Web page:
Therefore, we cannot afford to let our patience run thin. The virus has not hit developing countries like it has the wealthy countries, but it is only a matter of time. The people of these countries will need us – our help, our strength, our energy. God is going to call upon us to step up to the task. In a way, in His grace, we have been given a time to prepare ourselves. Now is the time. We have never seen anything like this: it is not about politics; it is about the human community. Please do not let your patience overtake your compassion.

Every minister has a different style of preaching.  I don’t write out my sermons.  Often people will ask for copies, either for themselves or to share with others.   Many times I have thought of preparing a written sermon, or at least outlines and notes, but then that would change the style that I preach now.  So this blog is a way for me to do both.  I can preach extemporaneously on Sunday, and write out sermons here.  These sermons may be similar to what I have said on Sunday, or they may go in a different direction.  But I hope that you will find them meaningful.  As with my sermons on Sunday mornings, I encourage you to engage these as one part of a dialogue.  Email me comments, questions, critiques.  For what I am offering here are two-sided sermons.
To Contact Rev. Cope


April 14, 2020

God did not leave Moses or the Israelites with a church, the way that we know it. Nor did Jesus leave the disciples with one. Both Moses and the disciples were taught to have faith and then communicate that faith.  Until 200 years after Christ, there were no church buildings. Christians gathered in homes. There was no new Testament until the 400’s. It is probable that the worship service as we know it was initially observed as the Lord’s Supper. Paul writes about gathering in someone’s home for a shared meal followed by the Lord’s Supper. Known as the agape meal, every family brought their own food for the meal, then cleared the table for the Lord’s Supper after the meal was eaten. Through the centuries, hymns, prayers and readings were added following the pattern of the Passover Seder, a Jewish worship celebration that was observed in homes.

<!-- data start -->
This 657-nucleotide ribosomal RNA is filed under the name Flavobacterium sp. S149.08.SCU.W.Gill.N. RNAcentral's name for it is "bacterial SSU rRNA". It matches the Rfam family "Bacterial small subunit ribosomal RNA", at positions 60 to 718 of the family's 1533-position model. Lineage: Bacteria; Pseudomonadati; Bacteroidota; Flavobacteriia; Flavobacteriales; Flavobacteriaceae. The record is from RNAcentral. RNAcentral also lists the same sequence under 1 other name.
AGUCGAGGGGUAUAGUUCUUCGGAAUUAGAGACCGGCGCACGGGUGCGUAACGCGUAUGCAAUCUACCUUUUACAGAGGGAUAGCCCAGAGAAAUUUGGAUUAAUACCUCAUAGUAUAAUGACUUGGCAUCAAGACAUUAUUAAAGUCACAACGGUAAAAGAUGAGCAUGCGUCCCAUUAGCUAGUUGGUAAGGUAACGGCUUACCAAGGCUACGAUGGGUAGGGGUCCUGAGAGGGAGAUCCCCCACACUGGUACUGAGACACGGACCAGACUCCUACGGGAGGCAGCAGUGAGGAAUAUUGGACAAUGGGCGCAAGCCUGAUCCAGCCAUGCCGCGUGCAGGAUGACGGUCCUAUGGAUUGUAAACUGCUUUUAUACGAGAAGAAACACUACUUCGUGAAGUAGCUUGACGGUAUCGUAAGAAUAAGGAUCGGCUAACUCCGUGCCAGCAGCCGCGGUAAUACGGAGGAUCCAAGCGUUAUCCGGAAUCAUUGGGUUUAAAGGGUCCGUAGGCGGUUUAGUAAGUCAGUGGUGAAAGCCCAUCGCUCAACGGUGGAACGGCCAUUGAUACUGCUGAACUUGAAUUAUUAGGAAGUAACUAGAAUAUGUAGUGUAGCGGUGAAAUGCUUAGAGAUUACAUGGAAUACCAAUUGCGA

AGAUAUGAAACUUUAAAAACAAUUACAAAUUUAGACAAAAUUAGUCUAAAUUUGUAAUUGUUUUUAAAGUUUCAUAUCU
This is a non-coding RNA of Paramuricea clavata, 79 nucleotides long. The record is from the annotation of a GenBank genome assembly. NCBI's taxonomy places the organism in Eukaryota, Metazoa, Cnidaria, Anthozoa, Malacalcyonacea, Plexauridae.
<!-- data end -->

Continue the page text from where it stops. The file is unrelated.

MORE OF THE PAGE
I see the Christian’s role today as challenging for our faith, but not just because of the corona-virus. Allow me to explain, I am finding it odd that we are seeing ministers fight with local governments about holding worship services.  In our time of crisis, I find it crucial for Christians to practice and communicate their faith. And while the early Christians had to do this in the face of a hostile governing power, we are not in the same situation that they were.

The practice and communication of faith is not bound to a church building. It can only thrive outside of a church building. Today, during this pandemic and social self-quarantine, the last thing we should do is to tie our faith to a church building. We have been given a precious opportunity to experience the faith of the earliest Christians; we can study the word, pray, and break bread with our families, as they did in our own homes.  We have the chance to break free from the idolatry of religion and embrace the passion that Jesus taught us.

I have been concerned that so many Christians today either are uncomfortable with the Christian faith or at least uncomfortable with sharing it. I know that we live in a society that is growing increasingly hostile to Christianity, but I find that hostility more towards the Christian religion than towards God and our faith, or towards us. There is too much hypocrisy in the religion: hypocrisy of greed over compassion, hypocrisy of power over love, hypocrisy of tribalism over justice. Holding a worship service where you are putting your parishioners and the community in danger in exchange for publicity and political standing (and trust me, I know what is in a minister’s heart. They do not do this for God.) is not practicing your Christian faith, especially since you are filming and posting it over the internet at the same time!